Author(s): Akinlusi FM, Rabiu KA, Olawepo TA, Adewunmi AA, Ottun TA,
Abstract Share this page
Abstract BACKGROUND: Cases of sexual assault are increasingly reported. However, Nigerian researchers have not given adequate attention to this subject despite its attendant social, physical and psychological consequences.This study assessed survivors' characteristics, circumstances of assault and treatment offered with a view to reducing the incidence as well as improving evaluation and management. METHODS: A retrospective review of survivors' case records at Lagos State University Teaching Hospital, Ikeja, between January 2008 and December 2012. Data was analysed using the Epi-info 3.5 statistical software of the Centre for Disease Control and Prevention, Atlanta U S A. RESULTS: Of the 39,770 new gynaecological cases during this period, 304 were alleged sexual assault giving an incidence of 0.76\% among hospital gynaecological consultations. Only 287 case notes had sufficient information for statistical analysis. Of these, 83.6\% were below 19 years, 73.1\% knew their assailants (majority were neighbours), most assaults (54.6\%) occurred in the neighbours' homes and over 60\% of victims presented after 24 hours of assault. Although 77.3\% were assaulted at daytime, teenagers were likely to be raped during the day and non-teenagers at night (P < 0.001). Threat and physical violence were mostly used to overcome victims. Seventy three point six percent had Human Immunodeficiency Virus (HIV) screening with one positive at onset. Post Exposure Prophylaxis for HIV was given in 29.4\% of those eligible and emergency contraception in 22.4\% of post-menarcheal victims (n = 125). There were neither referrals for psychotherapy nor forensic specimen collected. No record of post-assault conception or HIV infection was found during follow-up. CONCLUSIONS: Adolescents remain the most vulnerable requiring life skills training for protection. Survivors delay in presenting for care. Therefore, public enlightenment on the benefits of early interventions and comprehensive care of survivors with the use of standardized protocols are recommended.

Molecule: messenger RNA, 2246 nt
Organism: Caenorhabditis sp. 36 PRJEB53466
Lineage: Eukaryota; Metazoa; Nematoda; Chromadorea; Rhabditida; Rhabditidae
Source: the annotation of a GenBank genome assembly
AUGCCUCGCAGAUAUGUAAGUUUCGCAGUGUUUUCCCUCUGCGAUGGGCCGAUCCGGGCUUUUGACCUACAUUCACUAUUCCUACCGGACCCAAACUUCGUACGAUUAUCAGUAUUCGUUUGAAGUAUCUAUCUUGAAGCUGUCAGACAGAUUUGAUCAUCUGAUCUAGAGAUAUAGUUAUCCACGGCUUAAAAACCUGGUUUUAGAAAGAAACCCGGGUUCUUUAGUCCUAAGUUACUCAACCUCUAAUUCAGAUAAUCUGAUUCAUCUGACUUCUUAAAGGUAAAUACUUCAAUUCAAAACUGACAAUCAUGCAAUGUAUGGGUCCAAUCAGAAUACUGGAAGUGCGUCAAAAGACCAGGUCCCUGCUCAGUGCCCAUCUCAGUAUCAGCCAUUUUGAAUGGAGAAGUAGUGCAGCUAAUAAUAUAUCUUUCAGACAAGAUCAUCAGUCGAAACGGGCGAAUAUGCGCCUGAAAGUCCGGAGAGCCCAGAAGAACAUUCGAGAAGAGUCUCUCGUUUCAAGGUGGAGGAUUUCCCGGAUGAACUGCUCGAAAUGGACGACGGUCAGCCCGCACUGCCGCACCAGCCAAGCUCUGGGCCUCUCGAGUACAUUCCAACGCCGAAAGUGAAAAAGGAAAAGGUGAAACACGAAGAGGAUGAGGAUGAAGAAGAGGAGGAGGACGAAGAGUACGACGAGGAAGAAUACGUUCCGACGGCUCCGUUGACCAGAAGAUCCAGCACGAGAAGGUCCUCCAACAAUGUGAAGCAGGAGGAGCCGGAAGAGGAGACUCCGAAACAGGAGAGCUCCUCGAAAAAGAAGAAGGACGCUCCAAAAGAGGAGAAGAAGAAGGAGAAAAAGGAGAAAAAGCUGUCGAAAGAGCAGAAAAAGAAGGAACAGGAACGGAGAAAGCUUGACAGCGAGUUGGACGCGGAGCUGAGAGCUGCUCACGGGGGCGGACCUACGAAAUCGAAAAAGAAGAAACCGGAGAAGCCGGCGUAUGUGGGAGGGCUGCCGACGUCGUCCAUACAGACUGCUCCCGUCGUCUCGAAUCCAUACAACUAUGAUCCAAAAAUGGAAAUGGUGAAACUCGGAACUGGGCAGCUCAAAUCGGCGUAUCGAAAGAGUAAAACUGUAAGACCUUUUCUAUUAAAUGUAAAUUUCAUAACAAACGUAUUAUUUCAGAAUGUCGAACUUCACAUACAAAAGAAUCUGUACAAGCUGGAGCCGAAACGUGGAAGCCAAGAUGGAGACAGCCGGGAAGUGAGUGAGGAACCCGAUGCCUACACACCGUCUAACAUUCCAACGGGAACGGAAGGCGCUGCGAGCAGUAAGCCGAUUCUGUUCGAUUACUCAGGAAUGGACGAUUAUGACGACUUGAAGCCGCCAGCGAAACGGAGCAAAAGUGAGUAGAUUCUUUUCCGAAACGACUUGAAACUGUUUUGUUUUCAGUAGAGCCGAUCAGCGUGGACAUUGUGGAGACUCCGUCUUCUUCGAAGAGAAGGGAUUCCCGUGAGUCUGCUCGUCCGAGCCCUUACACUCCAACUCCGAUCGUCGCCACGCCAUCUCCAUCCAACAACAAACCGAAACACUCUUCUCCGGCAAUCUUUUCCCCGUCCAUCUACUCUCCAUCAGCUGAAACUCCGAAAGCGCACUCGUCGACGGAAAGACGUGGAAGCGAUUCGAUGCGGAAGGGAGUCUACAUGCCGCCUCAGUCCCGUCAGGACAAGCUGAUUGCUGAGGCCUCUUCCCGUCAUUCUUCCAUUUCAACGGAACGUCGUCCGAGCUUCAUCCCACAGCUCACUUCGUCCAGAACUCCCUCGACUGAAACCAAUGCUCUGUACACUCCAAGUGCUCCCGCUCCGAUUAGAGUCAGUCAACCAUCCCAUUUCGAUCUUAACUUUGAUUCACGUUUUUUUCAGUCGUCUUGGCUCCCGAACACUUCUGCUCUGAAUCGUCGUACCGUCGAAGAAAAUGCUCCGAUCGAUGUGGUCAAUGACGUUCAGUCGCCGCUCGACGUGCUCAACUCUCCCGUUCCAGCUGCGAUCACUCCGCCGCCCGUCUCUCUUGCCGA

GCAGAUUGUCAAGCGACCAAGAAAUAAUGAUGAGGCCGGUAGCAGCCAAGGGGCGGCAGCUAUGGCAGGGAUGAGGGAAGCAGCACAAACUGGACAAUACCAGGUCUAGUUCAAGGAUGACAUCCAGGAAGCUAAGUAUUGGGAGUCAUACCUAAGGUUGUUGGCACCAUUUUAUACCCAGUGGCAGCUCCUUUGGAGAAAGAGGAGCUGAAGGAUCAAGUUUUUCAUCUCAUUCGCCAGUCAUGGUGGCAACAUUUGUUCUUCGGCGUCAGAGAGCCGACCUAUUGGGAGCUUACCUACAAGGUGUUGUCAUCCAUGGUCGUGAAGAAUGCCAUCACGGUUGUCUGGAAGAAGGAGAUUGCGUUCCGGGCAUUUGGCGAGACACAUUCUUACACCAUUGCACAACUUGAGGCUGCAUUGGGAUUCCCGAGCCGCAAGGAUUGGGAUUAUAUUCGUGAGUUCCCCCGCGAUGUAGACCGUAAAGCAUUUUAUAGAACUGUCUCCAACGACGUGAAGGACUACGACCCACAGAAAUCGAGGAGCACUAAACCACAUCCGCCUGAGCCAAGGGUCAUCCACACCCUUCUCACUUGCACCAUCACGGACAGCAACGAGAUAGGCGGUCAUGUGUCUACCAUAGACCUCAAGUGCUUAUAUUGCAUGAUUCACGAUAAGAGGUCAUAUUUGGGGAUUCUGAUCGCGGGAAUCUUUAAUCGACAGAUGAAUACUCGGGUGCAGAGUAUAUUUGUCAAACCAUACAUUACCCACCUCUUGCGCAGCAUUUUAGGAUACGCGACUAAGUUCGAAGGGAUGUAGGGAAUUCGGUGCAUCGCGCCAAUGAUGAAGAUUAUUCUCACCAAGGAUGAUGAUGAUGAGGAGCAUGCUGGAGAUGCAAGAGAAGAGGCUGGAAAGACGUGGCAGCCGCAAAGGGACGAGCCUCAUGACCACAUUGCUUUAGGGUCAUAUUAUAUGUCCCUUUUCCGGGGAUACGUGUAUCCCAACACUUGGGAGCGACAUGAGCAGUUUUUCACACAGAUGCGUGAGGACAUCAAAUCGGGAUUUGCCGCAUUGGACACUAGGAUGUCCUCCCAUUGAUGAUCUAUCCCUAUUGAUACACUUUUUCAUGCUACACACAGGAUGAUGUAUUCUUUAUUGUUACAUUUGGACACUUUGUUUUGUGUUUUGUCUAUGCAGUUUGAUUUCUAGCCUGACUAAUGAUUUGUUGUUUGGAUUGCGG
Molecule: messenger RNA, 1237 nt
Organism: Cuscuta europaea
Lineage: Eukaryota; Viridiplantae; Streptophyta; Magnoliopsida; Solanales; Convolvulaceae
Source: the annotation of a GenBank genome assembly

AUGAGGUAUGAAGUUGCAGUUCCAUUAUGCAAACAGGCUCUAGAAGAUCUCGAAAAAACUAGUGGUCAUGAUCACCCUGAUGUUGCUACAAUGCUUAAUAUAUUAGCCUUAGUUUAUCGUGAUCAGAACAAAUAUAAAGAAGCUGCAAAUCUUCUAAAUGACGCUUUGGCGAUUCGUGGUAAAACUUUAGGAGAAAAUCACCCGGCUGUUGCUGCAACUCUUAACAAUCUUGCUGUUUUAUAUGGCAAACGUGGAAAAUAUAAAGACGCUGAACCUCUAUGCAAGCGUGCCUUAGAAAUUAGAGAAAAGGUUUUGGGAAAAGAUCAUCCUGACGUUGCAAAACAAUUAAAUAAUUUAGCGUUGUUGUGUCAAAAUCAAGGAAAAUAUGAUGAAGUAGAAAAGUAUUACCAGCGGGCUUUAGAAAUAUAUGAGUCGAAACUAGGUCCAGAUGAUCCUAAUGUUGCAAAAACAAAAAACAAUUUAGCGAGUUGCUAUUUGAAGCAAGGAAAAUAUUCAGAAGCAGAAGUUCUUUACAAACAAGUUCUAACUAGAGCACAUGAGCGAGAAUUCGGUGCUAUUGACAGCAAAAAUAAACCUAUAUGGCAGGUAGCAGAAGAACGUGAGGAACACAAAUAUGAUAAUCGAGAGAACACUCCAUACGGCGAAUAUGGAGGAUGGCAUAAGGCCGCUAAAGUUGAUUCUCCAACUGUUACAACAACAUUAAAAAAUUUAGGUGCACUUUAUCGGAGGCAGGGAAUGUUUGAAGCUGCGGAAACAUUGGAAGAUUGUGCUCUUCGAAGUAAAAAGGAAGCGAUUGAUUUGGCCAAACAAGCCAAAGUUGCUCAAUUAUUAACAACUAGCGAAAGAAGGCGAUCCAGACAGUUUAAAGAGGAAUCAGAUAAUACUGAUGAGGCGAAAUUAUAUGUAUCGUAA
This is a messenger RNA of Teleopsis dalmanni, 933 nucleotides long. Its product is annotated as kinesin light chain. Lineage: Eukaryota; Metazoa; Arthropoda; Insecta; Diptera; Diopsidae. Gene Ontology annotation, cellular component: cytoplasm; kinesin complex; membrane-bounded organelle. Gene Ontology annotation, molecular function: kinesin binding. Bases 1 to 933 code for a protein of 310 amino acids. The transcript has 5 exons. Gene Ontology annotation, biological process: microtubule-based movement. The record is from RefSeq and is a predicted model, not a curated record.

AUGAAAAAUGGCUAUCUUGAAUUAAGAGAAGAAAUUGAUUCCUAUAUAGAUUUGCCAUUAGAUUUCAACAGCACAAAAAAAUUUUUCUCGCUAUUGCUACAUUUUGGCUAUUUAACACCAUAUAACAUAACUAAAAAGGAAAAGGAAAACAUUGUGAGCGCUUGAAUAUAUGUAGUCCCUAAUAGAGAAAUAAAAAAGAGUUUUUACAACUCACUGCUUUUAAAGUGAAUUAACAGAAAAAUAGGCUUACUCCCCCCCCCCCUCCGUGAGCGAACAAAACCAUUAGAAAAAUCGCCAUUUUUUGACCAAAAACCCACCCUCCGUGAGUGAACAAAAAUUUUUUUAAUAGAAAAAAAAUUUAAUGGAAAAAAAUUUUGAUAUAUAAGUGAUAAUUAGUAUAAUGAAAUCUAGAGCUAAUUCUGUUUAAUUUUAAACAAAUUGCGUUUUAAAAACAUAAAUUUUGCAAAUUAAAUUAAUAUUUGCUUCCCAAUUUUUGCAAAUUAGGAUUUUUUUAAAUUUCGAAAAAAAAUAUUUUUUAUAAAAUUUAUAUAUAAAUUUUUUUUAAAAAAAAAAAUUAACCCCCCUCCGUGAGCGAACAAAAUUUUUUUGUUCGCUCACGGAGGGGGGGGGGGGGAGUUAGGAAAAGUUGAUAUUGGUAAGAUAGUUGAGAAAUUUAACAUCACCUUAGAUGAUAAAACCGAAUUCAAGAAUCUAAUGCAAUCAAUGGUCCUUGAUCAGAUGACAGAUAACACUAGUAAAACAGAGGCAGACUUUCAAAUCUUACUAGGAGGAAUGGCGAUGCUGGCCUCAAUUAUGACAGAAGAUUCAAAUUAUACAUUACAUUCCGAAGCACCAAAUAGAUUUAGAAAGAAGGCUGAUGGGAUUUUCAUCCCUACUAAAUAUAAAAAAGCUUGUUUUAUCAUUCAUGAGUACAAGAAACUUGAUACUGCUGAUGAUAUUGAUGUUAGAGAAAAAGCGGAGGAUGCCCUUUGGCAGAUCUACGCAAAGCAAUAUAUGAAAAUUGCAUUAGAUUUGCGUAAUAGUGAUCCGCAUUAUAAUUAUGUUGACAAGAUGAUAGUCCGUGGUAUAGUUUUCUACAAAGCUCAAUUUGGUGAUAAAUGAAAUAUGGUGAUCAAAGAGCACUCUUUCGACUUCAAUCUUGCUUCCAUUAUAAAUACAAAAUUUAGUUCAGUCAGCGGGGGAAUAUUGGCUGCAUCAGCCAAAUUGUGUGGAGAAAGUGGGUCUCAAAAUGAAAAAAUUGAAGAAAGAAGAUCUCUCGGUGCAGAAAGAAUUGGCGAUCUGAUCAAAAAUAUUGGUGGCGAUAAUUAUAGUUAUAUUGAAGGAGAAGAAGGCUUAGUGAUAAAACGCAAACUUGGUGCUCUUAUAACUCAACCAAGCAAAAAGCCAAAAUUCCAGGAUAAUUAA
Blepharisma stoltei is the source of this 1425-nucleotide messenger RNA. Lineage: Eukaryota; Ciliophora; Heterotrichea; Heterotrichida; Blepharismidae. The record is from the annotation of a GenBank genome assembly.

This article was published in BMC Womens Health
and referenced in Journal of Womens Health Care